Lovelace had an amazing life, but is that enough to appear on a banknote?

The call from the Bank of England for members of the public to nominate a scientist to put on the new £50 note offers an opportunity to rebalance the gender disparity so far. We’ve had Michael Faraday, Isaac Newton, Charles Darwin, Christopher Wren, Lord Kelvin (in Scotland), George Stephenson, and Matthew Boulton and James Watt (together on the current note). Florence Nightingale – a pioneer of epidemiological statistics as well as nursing – is the lone female representative. So far, a popular choice has been Ada Lovelace, who worked with Charles Babbage on the steampunk computer the Analytical Engine.

Sadly, Lovelace’s contributions are routinely exaggerated – some imply she single-handedly invented computing. (A much better choice would be Dorothy Hodgkin, who won the 1964 Nobel prize in chemistry for her work on the crystallography of complex biomolecules and proteins.) And it seems a shame to shoehorn Lovelace into the role of scientist, since her exploits were varied and colourful. In some ways, she compares with Mary Shelley – both neglected daughters whose innate brilliance brought them a degree of fame and notoriety. Lovelace’s indifferent father was none other than that arch-cad Lord Byron, at whose suggestion in 1816 Shelley conceived of Frankenstein.

But Lovelace was destined to meet a real-life Victor Frankenstein, who claimed to use electricity to create life.

Crosse coupling

His name was Andrew Crosse, a gentleman of leisure who lived close to Lovelace in Somerset. Using the newly invented voltaic pile that enabled Humphry Davy and Michael Faraday to pioneer electrochemistry, Crosse investigated the ‘electrical crystallization’ of minerals in his home laboratory. He dripped a solution of potassium silicate and hydrochloric acid onto a lump of iron oxide ore connected to the pile, and reported whitish growths on the surface of the stone. Perhaps these were akin to the ‘chemical gardens’ known to form in silicate solution: complex tubular structures made from inorganic semi-permeable membranes. These have been proposed as models of structures formed at hydrothermal vents that could have supported transmembrane potentials to drive the origin of life.1

But what Crosse described was much more than a crude analogue for the de novo formation of life. ‘On the 26th day,’ he wrote, ‘each figure assumed the form of a perfect insect, standing erect on a few bristles which formed the tail. It was not until the 28th day, when I plainly perceived these little creatures move their legs, that I felt any surprise.’

Insects appearing from an ‘electrified stone’ does seem rather surprising, even by 19th century standards. Crosse’s experiments were described in The Times in 1836, prompting much debate at the British Association meeting that year. A rumour began that Faraday had replicated the findings, which he was obliged to deny. ‘With regard to Mr Crosse’s insects,’ he wrote to his friend, the German chemist Christian Friedrich Schönbein, ‘I do not think anybody believes in them here except perhaps himself and the mass of wonder-lovers.’ There were always plenty of those.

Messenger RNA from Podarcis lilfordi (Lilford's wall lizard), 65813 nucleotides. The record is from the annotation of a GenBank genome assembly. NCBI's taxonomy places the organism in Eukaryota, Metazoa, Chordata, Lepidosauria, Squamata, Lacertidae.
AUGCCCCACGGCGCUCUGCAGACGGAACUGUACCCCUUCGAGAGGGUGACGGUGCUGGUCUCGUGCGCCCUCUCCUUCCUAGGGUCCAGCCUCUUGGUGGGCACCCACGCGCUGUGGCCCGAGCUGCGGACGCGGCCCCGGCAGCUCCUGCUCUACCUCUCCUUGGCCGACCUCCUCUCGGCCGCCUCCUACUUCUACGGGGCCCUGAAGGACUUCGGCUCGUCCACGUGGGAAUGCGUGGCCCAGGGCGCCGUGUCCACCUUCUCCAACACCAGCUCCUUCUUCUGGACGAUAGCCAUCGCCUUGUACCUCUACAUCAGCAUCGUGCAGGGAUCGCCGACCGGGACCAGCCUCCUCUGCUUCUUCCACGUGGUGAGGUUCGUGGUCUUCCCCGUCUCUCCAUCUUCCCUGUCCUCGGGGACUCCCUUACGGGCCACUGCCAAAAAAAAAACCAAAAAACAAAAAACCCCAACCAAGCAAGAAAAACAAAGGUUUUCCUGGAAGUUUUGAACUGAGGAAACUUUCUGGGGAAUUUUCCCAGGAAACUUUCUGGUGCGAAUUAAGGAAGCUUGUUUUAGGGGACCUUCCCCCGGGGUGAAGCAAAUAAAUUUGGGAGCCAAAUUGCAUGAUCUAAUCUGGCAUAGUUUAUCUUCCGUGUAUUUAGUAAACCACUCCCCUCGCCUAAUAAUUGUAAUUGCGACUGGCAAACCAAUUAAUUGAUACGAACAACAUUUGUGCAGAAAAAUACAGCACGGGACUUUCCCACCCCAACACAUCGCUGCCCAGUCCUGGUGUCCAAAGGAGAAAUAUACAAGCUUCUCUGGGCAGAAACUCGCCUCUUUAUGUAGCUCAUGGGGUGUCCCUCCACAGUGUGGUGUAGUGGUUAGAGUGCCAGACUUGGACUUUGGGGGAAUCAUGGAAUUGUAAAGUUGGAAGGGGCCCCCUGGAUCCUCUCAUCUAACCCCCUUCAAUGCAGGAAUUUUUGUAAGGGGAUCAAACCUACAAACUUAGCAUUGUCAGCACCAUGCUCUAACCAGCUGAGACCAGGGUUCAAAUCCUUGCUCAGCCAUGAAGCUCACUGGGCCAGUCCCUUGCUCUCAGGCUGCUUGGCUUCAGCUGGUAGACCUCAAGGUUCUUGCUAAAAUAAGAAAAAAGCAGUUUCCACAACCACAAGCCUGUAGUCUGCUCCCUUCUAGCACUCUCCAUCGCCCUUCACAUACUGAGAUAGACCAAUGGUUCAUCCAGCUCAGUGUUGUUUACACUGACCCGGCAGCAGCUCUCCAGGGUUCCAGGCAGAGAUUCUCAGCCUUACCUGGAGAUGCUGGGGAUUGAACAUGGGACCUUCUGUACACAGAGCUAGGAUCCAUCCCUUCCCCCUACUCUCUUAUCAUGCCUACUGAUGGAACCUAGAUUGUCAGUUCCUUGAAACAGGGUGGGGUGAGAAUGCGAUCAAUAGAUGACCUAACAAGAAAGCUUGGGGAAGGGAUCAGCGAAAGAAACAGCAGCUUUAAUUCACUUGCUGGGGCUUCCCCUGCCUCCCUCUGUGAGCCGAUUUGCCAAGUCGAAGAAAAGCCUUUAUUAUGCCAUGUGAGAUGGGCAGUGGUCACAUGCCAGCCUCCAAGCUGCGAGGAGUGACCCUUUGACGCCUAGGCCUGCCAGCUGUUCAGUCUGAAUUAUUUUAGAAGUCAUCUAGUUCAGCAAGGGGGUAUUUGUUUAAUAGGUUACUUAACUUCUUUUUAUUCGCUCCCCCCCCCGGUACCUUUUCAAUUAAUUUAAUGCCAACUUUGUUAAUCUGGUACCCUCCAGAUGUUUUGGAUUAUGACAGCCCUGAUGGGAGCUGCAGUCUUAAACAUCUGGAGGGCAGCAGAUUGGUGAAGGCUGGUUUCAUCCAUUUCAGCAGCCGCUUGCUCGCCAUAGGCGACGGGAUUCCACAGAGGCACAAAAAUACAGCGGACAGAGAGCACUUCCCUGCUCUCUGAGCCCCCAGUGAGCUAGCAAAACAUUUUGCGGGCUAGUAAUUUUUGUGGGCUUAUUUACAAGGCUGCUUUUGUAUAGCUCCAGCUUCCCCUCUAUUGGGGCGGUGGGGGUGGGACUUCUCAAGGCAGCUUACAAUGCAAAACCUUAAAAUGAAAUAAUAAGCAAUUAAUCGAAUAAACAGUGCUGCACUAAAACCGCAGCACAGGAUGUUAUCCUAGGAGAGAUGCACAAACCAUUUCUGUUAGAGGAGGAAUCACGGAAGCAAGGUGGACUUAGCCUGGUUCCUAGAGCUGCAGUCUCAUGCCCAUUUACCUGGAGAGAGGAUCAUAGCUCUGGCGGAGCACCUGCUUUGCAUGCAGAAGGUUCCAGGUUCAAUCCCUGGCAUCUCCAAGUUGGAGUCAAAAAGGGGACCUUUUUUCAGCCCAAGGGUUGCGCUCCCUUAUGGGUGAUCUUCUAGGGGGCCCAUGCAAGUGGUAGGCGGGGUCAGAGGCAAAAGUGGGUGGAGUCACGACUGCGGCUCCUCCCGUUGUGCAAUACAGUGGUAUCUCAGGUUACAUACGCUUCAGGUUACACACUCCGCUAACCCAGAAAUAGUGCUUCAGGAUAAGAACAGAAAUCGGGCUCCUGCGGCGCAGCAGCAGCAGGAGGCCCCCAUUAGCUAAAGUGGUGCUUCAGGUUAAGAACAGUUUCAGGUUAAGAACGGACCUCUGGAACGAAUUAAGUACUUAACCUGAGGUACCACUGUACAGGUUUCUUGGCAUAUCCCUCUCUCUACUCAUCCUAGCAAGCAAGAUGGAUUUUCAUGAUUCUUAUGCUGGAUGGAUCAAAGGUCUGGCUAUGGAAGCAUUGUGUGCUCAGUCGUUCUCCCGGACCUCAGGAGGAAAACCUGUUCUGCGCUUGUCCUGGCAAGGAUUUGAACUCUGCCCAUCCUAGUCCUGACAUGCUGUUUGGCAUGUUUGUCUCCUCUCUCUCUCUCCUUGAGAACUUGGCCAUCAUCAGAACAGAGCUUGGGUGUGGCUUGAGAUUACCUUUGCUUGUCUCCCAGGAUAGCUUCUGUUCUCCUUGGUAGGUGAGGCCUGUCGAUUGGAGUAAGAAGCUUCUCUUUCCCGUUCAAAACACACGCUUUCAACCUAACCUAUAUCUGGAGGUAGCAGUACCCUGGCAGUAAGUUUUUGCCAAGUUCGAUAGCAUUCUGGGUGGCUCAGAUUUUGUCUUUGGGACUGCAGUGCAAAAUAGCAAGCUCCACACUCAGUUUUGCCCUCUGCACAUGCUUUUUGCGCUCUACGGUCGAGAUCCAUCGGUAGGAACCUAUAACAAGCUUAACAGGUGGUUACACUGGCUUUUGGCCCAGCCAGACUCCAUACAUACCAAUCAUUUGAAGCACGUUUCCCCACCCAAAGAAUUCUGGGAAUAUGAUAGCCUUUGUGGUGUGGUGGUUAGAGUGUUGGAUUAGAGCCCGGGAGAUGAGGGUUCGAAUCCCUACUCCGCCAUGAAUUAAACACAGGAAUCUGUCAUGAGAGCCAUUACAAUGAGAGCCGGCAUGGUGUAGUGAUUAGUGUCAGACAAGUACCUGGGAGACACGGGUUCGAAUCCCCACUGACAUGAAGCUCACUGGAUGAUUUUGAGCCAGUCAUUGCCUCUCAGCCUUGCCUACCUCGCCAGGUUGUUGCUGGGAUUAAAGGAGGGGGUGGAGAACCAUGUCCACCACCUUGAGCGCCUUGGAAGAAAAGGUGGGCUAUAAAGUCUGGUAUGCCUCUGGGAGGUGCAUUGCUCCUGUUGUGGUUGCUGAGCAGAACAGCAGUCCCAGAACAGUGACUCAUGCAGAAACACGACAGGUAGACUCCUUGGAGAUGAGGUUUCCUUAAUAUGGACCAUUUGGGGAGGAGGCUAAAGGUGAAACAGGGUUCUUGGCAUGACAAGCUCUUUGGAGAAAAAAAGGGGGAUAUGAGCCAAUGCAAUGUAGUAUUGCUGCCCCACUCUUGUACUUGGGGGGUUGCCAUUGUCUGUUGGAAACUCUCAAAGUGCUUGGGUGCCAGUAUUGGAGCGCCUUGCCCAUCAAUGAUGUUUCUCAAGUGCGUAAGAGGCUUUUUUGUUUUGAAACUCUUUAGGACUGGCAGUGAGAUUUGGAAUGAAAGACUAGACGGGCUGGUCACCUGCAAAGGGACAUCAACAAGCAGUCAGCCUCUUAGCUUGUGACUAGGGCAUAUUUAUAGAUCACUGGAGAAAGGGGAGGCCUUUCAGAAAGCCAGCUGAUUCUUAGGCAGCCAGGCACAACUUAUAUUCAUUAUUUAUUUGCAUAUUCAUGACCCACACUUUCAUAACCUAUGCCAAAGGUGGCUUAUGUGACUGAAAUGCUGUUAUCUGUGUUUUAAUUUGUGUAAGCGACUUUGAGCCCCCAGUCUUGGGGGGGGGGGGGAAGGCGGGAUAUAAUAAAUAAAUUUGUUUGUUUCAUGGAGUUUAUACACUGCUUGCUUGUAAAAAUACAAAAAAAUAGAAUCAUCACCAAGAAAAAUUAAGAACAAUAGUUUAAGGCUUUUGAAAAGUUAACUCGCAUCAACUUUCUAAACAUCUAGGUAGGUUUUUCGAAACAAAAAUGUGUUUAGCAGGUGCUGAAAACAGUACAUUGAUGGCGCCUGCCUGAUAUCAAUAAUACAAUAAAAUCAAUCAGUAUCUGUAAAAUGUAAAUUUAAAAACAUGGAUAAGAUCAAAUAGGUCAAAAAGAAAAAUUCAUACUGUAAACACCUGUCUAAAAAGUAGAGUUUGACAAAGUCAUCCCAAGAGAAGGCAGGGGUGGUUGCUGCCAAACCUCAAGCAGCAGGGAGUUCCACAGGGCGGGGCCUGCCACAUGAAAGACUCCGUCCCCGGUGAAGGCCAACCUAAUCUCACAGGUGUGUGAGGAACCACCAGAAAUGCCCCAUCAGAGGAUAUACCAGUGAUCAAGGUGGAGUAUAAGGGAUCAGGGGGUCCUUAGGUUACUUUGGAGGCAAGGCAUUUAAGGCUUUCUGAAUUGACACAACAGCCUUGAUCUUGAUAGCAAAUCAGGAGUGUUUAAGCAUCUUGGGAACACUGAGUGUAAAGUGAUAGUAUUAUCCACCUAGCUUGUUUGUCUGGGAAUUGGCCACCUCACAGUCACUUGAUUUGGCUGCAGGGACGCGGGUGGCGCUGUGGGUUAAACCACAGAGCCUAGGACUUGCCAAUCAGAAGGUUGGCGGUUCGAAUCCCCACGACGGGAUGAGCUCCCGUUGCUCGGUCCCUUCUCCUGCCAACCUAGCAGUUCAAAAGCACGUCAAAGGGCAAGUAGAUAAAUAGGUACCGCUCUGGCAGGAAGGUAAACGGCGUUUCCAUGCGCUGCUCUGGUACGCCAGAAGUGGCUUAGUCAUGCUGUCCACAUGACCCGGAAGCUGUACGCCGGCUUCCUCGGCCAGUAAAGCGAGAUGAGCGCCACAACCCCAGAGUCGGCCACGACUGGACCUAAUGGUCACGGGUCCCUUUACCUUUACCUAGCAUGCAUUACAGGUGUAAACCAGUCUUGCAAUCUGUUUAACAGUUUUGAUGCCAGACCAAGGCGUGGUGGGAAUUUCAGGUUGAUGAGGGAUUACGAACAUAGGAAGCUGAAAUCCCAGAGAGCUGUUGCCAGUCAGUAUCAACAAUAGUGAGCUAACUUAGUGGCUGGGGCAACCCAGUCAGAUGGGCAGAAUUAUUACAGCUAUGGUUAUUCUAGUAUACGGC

Fascinating Ada

Lovelace wasn’t obviously one of them, but she was curious about Crosse. Prescribed a course of mathematics to cure her of her rebellious youthful passions, she wanted to blend abstract mathematics with the world of the imagination. This led to her fruitful correspondence with Babbage, but also to dabblings in exotic ideas like mesmerism, or ‘animal magnetism’ as it was sometimes called. She became interested in the electromagnetic fluxes of the body, which led her to correspond with Faraday.

It’s easy to see, then, what attracted her to Crosse in the Quantock Hills. There are suggestions that Crosse had even inspired Mary Shelley’s Victor Frankenstein, after she attended a lecture of his in London. Lovelace described him as the archetypal disheveled mad scientist, but all the same was drawn into this peculiar electrophysiology, and in 1844 she wrote to Crosse saying that ‘I am more than ever now the bride of science.’

Lovelace differs from Mary Shelley in that she never reined in her wild youth. After absconding from her father’s home with the (married) poet Percy Shelley at the age of 16 and outraging public opinion with Frankenstein, Shelley settled into a more conservative lifestyle in later years. But Lovelace remained the hedonist, experimenting with drugs like opium and cannabis.

And at Crosse’s household she met and fell in love with his son John. They were both already married, but they embarked on an extravagant affair. John introduced her to gambling on the horses, where she thought her mathematical skill would be useful. It wasn’t – she ran up huge debts, had to pawn her diamonds and confessed everything to her husband Lord Lovelace shortly before her death in 1852, aged just 36.

If Lovelace gets onto the £50 note after all (the decision, after the Boaty McBoatface farrago in 2016, is not being left entirely to public opinion), I’ll tell myself it’s for her spirit, not her ‘science’. Spurned by a father in an age of stifling patriarchy, she blazed her own trail and defied expectations. There’s plenty to celebrate in that.